UK Immigration limits on Tier 1 and Tier 2 Visas

On Tuesday 11 May 2010 David Cameron leader of the Conservative Party became the new UK Prime Minister in a new Conservative and Liberal Democrat Coalition Government. The Conservatives are the biggest Party in Parliament with 306 seats; However, they did not gain enough seats to achieve an overall majority on their own. After the General Election results of 7 May 2010 the Liberal Democrats seeing an opportunity to be part of a new Government started negotiations with the Conservatives and after a few days reached an agreement on forming a Coalition Government. Nick Clegg of the Liberal Democrats has become the Deputy Prime Minister with five of the top twenty Government Cabinet posts going to the Liberal Democrats.

The New Home Secretary Theresa May had the following to say about immigration policy:

[There will be] "...an annual limit on the number of economic migrants from outside the European Union...".

As well as the introduction of an immigration cap on economic migrants from outside the EU the new Conservative/Liberal Democrat Government will be making the following policy changes:

  • There will be an Emergency Budget within 50 days – The current UK budget deficit is about £160 billion (about US$230 Billion) which is considered to be far too high. The new Government intends to cut spending by £6 billion a year.

  • There will be a substantial rise in income tax allowances for lowest paid from April 2011. This will mean that many of the poorest paid workers will pay less tax. However, this will not help those who are currently not working.

  • There will be increased investment in education to reduce class sizes for children from poorer backgrounds.

  • There will be a referendum on the Alternative Vote system for general elections. The Liberal Democrats consider this as very important as the current system means that even with 23% of the vote the Liberal Democrats only has 57 MPs in Parliament.

  • There will be fixed-term Parliaments – The next election is in May 2015. This is of course assuming that the Government remains in power for that long.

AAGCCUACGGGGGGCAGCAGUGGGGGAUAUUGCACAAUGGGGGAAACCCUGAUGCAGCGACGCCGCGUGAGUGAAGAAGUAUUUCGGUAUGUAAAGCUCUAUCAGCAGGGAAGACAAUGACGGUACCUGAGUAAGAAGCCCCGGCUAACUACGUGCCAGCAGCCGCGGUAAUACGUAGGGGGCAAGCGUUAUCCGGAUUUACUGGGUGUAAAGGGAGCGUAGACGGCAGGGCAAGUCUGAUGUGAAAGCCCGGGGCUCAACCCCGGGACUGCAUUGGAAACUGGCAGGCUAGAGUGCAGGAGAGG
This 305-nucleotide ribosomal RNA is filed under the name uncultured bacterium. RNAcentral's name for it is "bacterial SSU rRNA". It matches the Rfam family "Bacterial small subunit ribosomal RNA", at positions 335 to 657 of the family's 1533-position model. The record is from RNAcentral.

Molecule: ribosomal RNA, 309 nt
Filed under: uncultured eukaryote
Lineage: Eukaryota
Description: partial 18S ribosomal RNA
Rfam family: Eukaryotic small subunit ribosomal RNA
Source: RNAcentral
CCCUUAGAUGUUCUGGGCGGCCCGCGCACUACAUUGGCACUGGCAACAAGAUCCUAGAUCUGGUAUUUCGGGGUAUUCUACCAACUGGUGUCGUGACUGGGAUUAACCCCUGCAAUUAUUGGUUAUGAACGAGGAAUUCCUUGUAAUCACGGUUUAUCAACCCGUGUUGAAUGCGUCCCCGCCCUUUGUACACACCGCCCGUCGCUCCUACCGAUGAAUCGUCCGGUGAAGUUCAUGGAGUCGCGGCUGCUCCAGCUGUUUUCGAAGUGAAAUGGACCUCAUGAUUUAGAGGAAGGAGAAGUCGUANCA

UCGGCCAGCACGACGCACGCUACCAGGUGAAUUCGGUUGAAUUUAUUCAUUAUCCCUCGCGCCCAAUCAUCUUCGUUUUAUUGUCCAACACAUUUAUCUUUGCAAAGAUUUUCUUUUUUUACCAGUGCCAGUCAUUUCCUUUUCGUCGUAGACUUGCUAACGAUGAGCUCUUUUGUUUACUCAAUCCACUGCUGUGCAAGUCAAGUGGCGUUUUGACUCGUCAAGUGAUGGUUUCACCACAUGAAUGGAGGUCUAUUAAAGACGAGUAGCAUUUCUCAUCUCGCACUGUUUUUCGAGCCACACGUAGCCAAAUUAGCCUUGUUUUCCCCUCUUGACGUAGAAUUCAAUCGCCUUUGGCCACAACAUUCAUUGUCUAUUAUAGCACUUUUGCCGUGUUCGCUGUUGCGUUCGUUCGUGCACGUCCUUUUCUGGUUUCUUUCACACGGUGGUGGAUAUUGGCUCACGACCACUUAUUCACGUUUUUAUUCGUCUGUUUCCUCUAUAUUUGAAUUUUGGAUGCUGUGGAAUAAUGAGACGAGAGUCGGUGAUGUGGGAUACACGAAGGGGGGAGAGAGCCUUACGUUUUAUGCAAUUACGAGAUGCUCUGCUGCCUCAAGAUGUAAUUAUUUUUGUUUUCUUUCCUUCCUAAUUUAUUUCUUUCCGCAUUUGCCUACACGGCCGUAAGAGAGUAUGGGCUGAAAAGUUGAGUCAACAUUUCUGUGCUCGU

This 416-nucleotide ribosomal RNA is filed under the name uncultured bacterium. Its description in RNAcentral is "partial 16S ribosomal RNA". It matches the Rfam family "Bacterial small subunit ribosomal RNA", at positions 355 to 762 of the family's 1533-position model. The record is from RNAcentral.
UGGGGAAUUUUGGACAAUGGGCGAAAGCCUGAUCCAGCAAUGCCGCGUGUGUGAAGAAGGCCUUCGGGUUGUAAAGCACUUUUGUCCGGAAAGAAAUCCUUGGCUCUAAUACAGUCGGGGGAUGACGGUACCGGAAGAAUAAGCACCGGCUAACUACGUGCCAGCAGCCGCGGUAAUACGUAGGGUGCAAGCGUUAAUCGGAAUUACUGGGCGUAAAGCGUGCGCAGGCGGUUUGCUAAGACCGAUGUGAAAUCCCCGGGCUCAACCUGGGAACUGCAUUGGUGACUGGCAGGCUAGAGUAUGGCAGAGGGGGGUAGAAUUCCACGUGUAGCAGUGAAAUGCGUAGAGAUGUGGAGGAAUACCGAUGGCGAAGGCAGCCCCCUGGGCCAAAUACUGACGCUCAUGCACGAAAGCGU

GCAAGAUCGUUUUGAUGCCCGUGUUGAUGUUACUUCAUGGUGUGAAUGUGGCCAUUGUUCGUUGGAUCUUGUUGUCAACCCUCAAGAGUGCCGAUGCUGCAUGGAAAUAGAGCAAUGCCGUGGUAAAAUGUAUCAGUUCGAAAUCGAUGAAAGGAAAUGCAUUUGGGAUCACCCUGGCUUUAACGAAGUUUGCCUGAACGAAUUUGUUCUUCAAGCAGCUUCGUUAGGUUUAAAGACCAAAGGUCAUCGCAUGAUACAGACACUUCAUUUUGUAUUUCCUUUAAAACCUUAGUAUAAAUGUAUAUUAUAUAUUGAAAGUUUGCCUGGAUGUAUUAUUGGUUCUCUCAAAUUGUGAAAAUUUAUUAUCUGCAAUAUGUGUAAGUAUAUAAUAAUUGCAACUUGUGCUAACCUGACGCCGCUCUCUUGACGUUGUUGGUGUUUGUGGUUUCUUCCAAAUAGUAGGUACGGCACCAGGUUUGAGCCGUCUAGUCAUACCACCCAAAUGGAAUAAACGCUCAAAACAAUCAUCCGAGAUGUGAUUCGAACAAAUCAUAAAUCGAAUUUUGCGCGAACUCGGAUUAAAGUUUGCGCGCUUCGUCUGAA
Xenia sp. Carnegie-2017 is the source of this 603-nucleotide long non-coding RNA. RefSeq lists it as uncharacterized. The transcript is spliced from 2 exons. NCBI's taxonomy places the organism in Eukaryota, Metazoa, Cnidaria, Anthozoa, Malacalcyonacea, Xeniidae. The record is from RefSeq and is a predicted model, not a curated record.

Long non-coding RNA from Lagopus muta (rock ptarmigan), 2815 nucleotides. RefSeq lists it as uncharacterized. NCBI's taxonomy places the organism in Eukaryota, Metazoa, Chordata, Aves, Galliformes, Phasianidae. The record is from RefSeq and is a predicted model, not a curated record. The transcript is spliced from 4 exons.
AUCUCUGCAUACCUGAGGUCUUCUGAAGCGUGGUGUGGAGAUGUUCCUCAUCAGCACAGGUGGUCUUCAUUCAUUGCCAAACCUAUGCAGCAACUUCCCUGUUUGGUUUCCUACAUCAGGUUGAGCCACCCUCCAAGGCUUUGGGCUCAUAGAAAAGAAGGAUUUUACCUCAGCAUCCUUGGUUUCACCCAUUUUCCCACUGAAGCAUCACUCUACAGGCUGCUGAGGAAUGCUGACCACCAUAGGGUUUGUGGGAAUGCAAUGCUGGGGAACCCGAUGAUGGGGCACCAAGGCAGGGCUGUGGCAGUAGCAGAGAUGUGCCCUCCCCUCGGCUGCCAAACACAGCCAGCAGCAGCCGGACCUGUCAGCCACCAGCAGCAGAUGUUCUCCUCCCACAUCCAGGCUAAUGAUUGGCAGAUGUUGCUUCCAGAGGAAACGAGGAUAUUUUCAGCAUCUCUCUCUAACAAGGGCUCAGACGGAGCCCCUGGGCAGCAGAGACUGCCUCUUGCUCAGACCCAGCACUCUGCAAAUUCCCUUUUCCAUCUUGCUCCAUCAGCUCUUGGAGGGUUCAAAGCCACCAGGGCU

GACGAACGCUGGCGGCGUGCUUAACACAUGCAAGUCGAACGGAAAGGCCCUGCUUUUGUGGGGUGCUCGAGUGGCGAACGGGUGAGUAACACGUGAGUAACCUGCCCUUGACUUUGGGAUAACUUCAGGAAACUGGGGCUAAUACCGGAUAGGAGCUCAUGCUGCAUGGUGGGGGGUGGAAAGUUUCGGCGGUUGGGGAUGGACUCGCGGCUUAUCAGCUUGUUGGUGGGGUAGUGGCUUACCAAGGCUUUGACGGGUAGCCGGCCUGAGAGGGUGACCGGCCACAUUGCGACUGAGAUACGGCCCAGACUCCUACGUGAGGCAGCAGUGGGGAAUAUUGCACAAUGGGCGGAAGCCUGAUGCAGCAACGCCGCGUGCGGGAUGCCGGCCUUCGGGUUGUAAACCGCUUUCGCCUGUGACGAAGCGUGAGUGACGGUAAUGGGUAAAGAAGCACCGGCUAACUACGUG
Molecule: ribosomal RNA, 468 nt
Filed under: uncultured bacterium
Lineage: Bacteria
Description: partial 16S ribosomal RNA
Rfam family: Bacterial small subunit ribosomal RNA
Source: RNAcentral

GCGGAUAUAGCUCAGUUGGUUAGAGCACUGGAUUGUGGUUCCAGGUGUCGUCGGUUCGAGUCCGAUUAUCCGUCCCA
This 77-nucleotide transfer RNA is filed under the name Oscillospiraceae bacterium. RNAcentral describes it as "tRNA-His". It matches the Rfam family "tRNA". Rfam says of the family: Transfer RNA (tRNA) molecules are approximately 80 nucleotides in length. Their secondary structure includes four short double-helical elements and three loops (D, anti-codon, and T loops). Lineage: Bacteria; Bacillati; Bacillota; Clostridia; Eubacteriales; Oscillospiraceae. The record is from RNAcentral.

• In a highly controversial move 55% of MPs will need to vote for the dissolution of Parliament and to trigger an election. Members of Parliament have complained that this makes it too difficult for them as elected representatives to force a Government out of power.

  • National Health Service (NHS) spending is set to rise in every year of the new Parliament. Politically increasing funding of the State funded public health service is a popular move.

  • ID cards will be abolished for everyone including for immigrants to the UK. This will reduce the administrative burden on immigrants and others.

  • There will be a review the long term affordability of public sector pensions. Public sector pensions are very generous compared to pensions in the private sector. There are many who feel that with more and more people living into old age that it is simply not possible to fund such a generous pension scheme.

  • The link between the state pension and earnings will be restored from April 2011

  • The aviation passenger duty will be replaced by a plane tax. This is likely to cause further financial difficulties for airlines already hard hit by the disruption caused by the recent Volcanic Ash cloud and mean higher fares for passengers.

  • There will be no new runways at Heathrow, Gatwick or Stansted. This is likely to mean a loss economically to the UK. There will be lower economic growth and fewer jobs than would otherwise be the case. This decision was taken because of concerns over the environment.

The Liberal Democrats had hoped to bring in a route for earned citizenship for illegal immigrants also known as an "immigration amnesty". This will no longer be happening. One Liberal Democrat policy that will be introduced is an end to detention of children at immigration detention centres. It is generally felt that the Liberal Democrats currently have a more positive view towards immigration than the Conservatives and the Labour Party. With the Liberal Democrats having a significant role in Government, immigration policy is likely to be more pro immigration than would otherwise be the case.

There has so far been no decision on exactly how many economic migrants will be allowed into the UK in the future. The Home Secretary has said that there will be a consultation process after which a decision will be made. The new immigration cap will likely have a significant impact on those who wish to come to the UK under the Tier 1 visa and Tier 2 visa schemes which are the main economic migrant visa categories.

The centre-left Institute for Public Policy Research (IPPR) has in the past said that a limit would be an impracticable. With future improvements in the economy an immigration cap could very well lead to serious skills shortages in the UK.

Sarah Mulley, who wrote the IPPR report, The Limits to Limits, has commented that as a consequence of the cap Premiership football clubs could be prevented from bringing in top foreign players. British companies may be unable to bring in badly needed high level professionals from abroad.

The new Government cap on the number of economic immigrants allowed into the UK will in future make it more difficult to come under the Tier 1 and Tier 2 visa schemes. It seems that in future there will simply not be enough visas for the number of applicants. As already suggested in the past if you meet the requirements for the Tier 1 or Tier 2 visa you should consider applying now before the immigration cap is implemented.